Sunday, May 9, 2021

Spring Switches on Tehachapi Pass Exhibit - by DF Willoughby

 I've seen several comments around the internet recently asking about functional HO Scale spring switches.  LMRC club member David Willoughby was good enough to go dig up some photos and write the following document about the La Mesa Model Railroad Club's spring switch installations.


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by David Willoughby

Recently, I have received a couple of requests for information about the La Mesa Model Railroad Club's spring switches. First, I'll briefly describe our switch construction methods in general, and the linkage we use for regular switches between the motor and the points.


Center Siding Spring Switch at the East end of Bena. - D.F. Willoughby photo

Nearly all of our 750 or so switches (or "turnouts," as model railroaders and railroad civil engineers call them) are hand-laid on wooden ties. Our methods were developed over five decades ago, and were based on an article in Model Railroader around 1955 by author Robert F. Cushman. Initially, all frogs and points were made by hand from suitable nickel-silver rail; usually we now use cast frogs and points, some or all of which are available from Detail West.

One way our switches differ from many other model switches is that there are gaps between the frogs and closure rails so that the points and closure rails can be electrically connected to the adjacent stock rails. This makes the gap between the stock rail and the open point as close to scale as NMRA wheel standards will allow, without running the risk of a short circuit if the back of a wheel brushes against a the point. These days, this characteristic is sometimes called "DCC-friendly" because it minimizes the likelihood of a short circuit that can shut down a DCC booster, stopping every engine in the section it powers.

We use rail joiners on the ends of the closure rails loosely fitted to the heels of the points as a hinge, and connect them to an insulated throw bar using 00-90 screws, which are left loose enough that they don't bind. The throw bar, which is made of 1/16" thick phenolic, rides in the space between two adjacent ties. (These are usually the head-block ties, through SP standards specified the use of only one head-block tie for hand thrown switches.) In the center of the throw bar there is a hole for a piece of 0.030" dia. steel piano to link it to a switch motor. A hole through the ballast board and roadbed below the throw bar is widened into a slot to allow a wire from the motor linkage below the roadbed to move the points. The first photo attached shows what one of these switches looks; this one is a spring switch at the east end of the center siding at Bena.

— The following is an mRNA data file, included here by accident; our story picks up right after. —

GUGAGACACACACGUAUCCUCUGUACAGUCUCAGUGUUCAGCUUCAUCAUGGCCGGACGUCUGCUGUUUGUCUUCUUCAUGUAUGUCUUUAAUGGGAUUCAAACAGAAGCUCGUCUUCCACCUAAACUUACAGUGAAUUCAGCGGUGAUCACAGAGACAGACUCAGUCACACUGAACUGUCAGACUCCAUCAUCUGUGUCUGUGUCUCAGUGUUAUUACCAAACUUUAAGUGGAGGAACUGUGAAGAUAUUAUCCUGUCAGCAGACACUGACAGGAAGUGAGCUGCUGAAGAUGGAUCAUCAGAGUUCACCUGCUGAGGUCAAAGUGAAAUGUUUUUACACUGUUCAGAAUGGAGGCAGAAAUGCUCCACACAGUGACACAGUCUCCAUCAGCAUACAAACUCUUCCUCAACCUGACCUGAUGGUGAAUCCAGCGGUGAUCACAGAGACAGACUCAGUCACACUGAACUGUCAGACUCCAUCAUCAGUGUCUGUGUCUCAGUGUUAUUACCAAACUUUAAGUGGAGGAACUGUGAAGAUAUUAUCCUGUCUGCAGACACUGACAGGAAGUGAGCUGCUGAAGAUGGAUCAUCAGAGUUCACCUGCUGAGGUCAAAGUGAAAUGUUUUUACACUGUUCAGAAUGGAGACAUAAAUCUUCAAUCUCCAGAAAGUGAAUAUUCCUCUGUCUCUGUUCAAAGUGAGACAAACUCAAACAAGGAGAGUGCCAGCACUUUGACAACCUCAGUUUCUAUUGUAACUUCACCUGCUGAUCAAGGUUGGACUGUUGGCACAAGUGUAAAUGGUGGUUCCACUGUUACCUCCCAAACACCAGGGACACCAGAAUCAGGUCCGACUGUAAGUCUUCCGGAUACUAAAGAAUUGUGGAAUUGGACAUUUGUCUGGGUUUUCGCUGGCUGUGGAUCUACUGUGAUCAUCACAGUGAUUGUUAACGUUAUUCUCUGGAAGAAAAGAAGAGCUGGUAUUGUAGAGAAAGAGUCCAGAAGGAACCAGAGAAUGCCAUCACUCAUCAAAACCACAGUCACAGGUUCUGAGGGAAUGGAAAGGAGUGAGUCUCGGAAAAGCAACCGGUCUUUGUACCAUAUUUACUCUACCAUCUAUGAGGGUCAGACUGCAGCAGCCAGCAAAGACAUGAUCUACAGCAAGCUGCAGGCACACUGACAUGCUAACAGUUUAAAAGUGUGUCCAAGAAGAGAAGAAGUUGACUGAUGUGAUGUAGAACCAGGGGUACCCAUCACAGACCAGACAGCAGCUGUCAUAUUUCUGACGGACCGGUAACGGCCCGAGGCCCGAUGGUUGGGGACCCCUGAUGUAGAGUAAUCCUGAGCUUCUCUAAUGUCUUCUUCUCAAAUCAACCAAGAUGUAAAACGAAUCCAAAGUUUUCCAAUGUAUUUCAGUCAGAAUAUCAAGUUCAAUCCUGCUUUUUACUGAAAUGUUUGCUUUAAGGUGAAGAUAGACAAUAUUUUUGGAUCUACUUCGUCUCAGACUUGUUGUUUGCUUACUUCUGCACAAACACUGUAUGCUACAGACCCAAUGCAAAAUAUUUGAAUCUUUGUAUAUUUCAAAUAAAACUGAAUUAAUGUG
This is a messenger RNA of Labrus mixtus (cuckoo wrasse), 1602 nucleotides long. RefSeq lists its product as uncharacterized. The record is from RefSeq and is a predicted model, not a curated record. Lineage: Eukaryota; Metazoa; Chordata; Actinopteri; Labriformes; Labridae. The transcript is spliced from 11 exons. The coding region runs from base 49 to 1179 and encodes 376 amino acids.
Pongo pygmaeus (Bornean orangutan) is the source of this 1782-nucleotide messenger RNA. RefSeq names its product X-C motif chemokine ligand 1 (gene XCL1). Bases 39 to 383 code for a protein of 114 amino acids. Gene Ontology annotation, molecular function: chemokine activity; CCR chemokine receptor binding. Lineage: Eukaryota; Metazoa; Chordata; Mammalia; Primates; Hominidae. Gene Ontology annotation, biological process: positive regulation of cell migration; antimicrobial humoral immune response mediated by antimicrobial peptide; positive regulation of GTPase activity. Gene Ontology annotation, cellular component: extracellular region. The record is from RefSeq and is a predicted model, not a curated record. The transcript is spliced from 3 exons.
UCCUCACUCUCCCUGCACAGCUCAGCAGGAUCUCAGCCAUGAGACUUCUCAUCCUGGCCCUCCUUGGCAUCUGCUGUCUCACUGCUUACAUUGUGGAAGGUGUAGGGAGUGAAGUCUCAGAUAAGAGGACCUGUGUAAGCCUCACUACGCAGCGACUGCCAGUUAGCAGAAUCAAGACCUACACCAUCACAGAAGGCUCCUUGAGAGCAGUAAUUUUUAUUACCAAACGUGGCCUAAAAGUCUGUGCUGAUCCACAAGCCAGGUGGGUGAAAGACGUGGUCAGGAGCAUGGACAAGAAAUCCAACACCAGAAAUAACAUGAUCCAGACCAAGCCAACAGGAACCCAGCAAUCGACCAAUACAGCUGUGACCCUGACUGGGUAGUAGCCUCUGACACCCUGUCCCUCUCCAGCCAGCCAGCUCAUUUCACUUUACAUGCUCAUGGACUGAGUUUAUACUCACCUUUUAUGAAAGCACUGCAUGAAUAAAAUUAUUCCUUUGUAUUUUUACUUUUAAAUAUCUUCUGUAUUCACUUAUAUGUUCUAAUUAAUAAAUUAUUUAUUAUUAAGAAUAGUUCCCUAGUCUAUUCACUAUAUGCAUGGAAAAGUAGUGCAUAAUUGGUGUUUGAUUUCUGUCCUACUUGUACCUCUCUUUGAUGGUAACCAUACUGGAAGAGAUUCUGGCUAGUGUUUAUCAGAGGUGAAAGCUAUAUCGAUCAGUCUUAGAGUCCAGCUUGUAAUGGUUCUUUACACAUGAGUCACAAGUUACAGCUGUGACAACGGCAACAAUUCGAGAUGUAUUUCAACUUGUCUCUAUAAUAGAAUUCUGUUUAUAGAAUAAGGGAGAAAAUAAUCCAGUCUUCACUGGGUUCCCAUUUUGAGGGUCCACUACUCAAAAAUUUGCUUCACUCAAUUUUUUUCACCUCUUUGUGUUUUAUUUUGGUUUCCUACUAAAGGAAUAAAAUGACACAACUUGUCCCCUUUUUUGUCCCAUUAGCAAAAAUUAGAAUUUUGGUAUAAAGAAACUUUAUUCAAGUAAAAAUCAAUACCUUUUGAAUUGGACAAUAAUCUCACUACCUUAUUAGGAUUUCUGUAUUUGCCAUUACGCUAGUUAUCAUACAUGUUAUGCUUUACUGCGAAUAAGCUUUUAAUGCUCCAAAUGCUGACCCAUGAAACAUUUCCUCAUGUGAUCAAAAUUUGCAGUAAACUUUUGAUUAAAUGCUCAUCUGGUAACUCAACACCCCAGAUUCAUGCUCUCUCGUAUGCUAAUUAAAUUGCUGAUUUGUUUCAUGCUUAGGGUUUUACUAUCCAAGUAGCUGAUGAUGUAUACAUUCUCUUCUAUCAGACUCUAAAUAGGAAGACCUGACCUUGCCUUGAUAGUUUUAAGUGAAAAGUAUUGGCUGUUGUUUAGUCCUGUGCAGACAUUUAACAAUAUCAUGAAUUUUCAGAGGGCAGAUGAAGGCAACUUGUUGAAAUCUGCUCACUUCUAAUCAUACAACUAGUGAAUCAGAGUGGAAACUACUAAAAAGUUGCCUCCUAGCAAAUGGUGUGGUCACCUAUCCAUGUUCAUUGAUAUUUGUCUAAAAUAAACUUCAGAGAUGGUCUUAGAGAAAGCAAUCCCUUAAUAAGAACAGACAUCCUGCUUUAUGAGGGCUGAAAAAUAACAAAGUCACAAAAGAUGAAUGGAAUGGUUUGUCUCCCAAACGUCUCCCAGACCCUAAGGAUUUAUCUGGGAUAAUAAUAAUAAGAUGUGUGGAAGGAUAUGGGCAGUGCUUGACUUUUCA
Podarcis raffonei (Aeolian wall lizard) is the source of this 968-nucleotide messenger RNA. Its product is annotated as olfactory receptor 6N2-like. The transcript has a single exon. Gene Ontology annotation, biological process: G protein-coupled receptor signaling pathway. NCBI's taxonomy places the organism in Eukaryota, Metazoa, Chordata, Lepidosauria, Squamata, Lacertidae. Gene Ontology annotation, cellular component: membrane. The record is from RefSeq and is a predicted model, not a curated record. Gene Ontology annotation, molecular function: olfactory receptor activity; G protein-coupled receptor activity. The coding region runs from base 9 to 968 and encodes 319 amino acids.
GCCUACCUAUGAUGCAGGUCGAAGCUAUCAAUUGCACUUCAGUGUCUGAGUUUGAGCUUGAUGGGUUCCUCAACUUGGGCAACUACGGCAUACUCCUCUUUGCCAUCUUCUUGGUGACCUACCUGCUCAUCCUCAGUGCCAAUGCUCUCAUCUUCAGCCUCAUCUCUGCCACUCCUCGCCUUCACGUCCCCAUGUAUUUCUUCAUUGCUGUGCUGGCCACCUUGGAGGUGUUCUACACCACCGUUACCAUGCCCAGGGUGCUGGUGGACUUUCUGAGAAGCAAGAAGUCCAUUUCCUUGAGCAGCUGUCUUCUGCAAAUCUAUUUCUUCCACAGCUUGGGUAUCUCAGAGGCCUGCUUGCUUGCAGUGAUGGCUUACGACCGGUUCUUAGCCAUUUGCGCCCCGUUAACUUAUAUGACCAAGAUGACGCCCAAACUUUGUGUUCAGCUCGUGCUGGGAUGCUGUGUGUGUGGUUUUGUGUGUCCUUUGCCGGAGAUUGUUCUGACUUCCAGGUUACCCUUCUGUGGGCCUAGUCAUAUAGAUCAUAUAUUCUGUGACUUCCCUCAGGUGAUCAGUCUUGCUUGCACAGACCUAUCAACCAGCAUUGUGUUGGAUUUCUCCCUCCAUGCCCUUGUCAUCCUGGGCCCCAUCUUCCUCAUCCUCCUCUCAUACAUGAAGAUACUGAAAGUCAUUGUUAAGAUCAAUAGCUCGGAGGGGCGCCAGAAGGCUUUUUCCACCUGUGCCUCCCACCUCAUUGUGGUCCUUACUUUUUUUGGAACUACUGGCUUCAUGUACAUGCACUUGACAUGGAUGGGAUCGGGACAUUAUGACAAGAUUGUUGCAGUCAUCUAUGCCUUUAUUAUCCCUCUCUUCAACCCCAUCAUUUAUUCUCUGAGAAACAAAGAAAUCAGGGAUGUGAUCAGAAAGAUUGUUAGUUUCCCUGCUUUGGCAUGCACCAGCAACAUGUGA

"Normal" PFM Switch Motor installation. - D.F. Willoughby photo

Over 35 years ago, we standardized on PFM/Fulgurex switch motors, which were among the first motors available when twin-coil solenoid switch machines were still nearly universal in model railroading. (The PFM motors are no longer generally available in the U.S.) They have a plastic throw bar with holes at either end for a wire to link the points to the motor assembly, and cutoff contacts to stop the motor at the end of its travel. Our standard installation has the motor screwed to a small piece of 3/8" birch plywood with a couple of slots or oversize holes that slip over studs screwed into the bottom of the roadbed. We also put a Molex ® connector on the wires to the motor for motor power, and for the frog and auxiliary contacts. The connector and wing nuts on the studs allow a motor to be swapped out for repairs without any tools or soldering. The oversize holes allow the motor position to be fine-tuned so that the tension on the points is approximately equal in both positions.